So I am mildly lazy... I say this because I dont want to write a lot more about Thanksgiving. I am sure your imaginations can fill in a lot of the details. Sure you might not think about the juggling in the hall, hand-turkeys plastered all over the wall, or genuine amazement at "Everything is so sweet. No wonder American's eat too much" (sweet potatoes, sweet carrots, sweet rolls, pie, jello... I guess there was a lot of sweet stuff.) But if you want more, check out one of my teammates blogs at http://saraneumann.wordpress.com/. She was a little more diligent than I at describing the night.
In other exciting news, this week was pretty good on campus. I got into a conversation with a guy Monday (he was reading an English book... I had to strike up a conversation, right?) that was great. It was actually quite amusing. I sat down next to him on a bench (sound familiar, Lindsey?) and noticed his english book and asked him in Italian what book he was reading. He was a little surprised that I was talking to him but he showed me anyway. I explained (still in Italian) that I was American and didn't often see students reading english books... and then didn't say anything more, but pulled out my journal to write a little (I was too scared to continue, cause I didn't know what else to talk about). He started reading again but then stopped after a minute or so. Seemed to be thinking. Then turned to me and asked, "Why are you here at Villa Mira Fiori?" So we began to talk and probably one of the most encouraging things he said was "I would like to be as sure as you are someday about my faith. Maybe someday but I am not now." So we are going to meet again this coming week.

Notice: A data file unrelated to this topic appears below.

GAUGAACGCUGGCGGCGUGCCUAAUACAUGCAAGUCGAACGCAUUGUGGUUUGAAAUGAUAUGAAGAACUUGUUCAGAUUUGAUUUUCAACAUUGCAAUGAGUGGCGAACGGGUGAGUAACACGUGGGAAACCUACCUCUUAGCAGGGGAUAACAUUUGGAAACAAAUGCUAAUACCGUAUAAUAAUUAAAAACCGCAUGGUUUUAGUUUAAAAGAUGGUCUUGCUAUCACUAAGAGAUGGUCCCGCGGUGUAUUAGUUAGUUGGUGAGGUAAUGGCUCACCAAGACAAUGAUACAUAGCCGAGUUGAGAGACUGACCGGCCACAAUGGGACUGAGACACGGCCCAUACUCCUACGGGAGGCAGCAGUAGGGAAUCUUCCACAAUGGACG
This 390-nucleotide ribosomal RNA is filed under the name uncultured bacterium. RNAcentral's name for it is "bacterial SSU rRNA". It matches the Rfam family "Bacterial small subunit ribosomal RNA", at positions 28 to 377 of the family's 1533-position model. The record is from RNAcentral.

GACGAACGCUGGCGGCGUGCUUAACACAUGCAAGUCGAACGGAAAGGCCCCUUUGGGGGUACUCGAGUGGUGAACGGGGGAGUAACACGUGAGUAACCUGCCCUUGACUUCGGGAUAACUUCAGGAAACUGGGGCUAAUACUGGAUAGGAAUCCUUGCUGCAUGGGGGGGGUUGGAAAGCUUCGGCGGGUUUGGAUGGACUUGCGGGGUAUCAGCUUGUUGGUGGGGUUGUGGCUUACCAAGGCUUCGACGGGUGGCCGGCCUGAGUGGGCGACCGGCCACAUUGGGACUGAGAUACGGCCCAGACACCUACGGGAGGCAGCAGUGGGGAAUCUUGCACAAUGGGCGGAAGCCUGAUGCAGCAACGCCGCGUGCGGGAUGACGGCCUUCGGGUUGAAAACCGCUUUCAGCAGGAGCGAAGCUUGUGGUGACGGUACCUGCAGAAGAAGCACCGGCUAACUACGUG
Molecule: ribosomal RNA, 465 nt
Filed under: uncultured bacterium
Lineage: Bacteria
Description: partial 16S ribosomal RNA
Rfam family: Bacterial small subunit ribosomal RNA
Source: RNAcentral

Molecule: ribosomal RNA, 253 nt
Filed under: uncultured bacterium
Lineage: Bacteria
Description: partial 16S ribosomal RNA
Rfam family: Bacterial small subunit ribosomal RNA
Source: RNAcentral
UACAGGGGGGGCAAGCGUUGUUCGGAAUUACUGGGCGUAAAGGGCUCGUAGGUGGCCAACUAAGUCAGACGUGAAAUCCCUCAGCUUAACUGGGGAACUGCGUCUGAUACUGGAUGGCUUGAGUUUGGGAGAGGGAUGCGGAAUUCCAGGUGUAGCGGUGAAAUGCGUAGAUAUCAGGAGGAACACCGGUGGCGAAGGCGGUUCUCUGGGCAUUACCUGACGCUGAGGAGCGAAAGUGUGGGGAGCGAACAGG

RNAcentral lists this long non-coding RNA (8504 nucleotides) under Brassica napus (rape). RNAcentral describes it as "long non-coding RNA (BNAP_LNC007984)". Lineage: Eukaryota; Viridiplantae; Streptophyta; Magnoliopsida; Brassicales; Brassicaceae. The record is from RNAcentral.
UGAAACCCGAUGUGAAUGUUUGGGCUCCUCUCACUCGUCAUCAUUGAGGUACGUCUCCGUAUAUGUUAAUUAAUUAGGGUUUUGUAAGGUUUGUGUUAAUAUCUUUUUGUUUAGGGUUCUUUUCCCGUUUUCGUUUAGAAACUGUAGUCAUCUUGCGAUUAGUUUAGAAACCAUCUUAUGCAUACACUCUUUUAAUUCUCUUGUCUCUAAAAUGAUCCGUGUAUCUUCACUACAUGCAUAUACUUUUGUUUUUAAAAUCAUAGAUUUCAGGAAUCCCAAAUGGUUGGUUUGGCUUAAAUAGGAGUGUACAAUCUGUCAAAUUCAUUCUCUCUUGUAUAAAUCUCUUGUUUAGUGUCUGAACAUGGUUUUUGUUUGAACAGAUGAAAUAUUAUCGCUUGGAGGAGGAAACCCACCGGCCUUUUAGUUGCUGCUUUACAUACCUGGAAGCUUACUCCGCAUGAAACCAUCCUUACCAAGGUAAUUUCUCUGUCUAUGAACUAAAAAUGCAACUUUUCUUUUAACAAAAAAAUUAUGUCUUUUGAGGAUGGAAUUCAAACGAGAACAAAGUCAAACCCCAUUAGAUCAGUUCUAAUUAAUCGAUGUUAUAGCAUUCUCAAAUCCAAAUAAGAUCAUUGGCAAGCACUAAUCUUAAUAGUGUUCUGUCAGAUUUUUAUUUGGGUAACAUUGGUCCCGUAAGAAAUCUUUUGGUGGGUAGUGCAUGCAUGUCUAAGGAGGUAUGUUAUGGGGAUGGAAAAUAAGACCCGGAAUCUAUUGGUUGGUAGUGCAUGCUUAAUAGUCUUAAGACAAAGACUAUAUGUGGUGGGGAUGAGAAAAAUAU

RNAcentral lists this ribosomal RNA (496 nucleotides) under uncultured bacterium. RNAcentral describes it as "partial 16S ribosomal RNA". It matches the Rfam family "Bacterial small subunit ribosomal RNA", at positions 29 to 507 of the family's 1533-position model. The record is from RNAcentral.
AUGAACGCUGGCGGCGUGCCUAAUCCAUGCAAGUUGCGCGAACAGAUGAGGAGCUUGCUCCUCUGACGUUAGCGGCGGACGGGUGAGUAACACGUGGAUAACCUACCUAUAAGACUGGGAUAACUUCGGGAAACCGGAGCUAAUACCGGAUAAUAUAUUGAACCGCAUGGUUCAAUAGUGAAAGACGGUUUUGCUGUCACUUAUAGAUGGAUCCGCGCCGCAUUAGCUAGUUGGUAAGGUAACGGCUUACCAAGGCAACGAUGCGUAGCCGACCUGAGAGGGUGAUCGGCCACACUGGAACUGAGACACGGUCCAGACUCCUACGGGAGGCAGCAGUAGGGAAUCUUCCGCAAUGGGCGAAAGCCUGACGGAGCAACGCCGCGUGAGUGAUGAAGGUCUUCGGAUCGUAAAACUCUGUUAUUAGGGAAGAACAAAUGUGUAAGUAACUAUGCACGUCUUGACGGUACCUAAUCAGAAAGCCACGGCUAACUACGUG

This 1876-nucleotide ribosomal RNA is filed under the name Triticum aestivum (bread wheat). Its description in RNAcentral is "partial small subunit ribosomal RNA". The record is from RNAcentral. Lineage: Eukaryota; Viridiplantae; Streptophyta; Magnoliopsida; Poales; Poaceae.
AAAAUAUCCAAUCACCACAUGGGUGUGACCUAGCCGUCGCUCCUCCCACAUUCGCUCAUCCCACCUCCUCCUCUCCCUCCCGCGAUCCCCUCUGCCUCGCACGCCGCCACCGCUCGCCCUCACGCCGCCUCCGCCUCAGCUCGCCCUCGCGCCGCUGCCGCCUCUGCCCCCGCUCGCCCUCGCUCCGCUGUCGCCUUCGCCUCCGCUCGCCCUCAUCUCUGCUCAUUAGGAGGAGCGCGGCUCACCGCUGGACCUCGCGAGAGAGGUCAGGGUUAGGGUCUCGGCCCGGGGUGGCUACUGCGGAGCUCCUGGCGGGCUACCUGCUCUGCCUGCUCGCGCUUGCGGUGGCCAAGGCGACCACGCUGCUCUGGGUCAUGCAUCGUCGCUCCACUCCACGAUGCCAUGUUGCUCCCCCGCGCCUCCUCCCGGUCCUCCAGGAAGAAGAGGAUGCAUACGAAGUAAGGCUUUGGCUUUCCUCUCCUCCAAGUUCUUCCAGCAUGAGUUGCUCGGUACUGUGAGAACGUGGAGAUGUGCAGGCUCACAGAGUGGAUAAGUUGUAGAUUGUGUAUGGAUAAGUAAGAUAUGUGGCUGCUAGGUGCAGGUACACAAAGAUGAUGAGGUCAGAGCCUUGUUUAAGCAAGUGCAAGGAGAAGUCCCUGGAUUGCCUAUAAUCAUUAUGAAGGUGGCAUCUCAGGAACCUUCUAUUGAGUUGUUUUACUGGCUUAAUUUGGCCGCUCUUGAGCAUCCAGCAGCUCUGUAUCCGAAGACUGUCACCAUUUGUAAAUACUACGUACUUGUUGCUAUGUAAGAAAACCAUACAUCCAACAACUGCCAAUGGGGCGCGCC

On Wednesday I had probably the most encouraging conversation of my year so far. No joke, this was amazing. I had already been shot down by two different guys (me: "Parli inglese?" them: "No. Perque." me: "lavoro per un organizazione...." them: "ok. ciao") when I walked up to this guy eating his lunch and asked him if he spoke english. He said he spoke a little and asked why did I want to know. I more or less gave him the spiel about working for an organization of americans and italians and how we want to speak to students about what they think about spiritual things. At this point, I was a little discouraged and thought I would get shot down again (oh me of little faith), so he surprised me when he said, "Questa e una bella cosa (this is a beautiful thing)." So I sat and began to chat with him.
Turns out he is 'believer' but doesn't really know what that means in it's entirety. He just knows that he has a relationship with God. I asked him who he thought Jesus was and he said, "My brother, my friend. Because of Jesus I can have a relationship with God." We covered the four basic points of the gospel (God loves us, we mess up and the penalty for our sin is separation from God, Jesus died to pay this penalty and then rose to conquer death, we must accept this and follow him) and he agreed with all points but didn't really know a whole lot (these are his words, not mine). It was so encouraging to listen to how God has brought him to this point, how he had searched for God and despite not really having anyone teach him, he had figured out these basic points. He did think that the Bible had two Gods (Old and New Testament: Judging God vs. Loving God). It was good to talk about how the God of the Old Testament is the same as the God of the new, but he punishes because he wants to draw us back to him. He said "Oh ok, so he must punish us if he loves us because he doesnt want us to be hurting ourselves." The last thing he said to me before we exchanged numbers was "I have had a lot of coincidences in my life that I know were not coincidences, that were God. I think you are maybe one of these, that God sent you to talk to me." So praise God for these two guys, for how God is working in the hearts of Italians, and for how God loves us enough to not give up on us, to send his Son to die to pay our penalty and make a way to have a relationship with Him. Thanks for reading.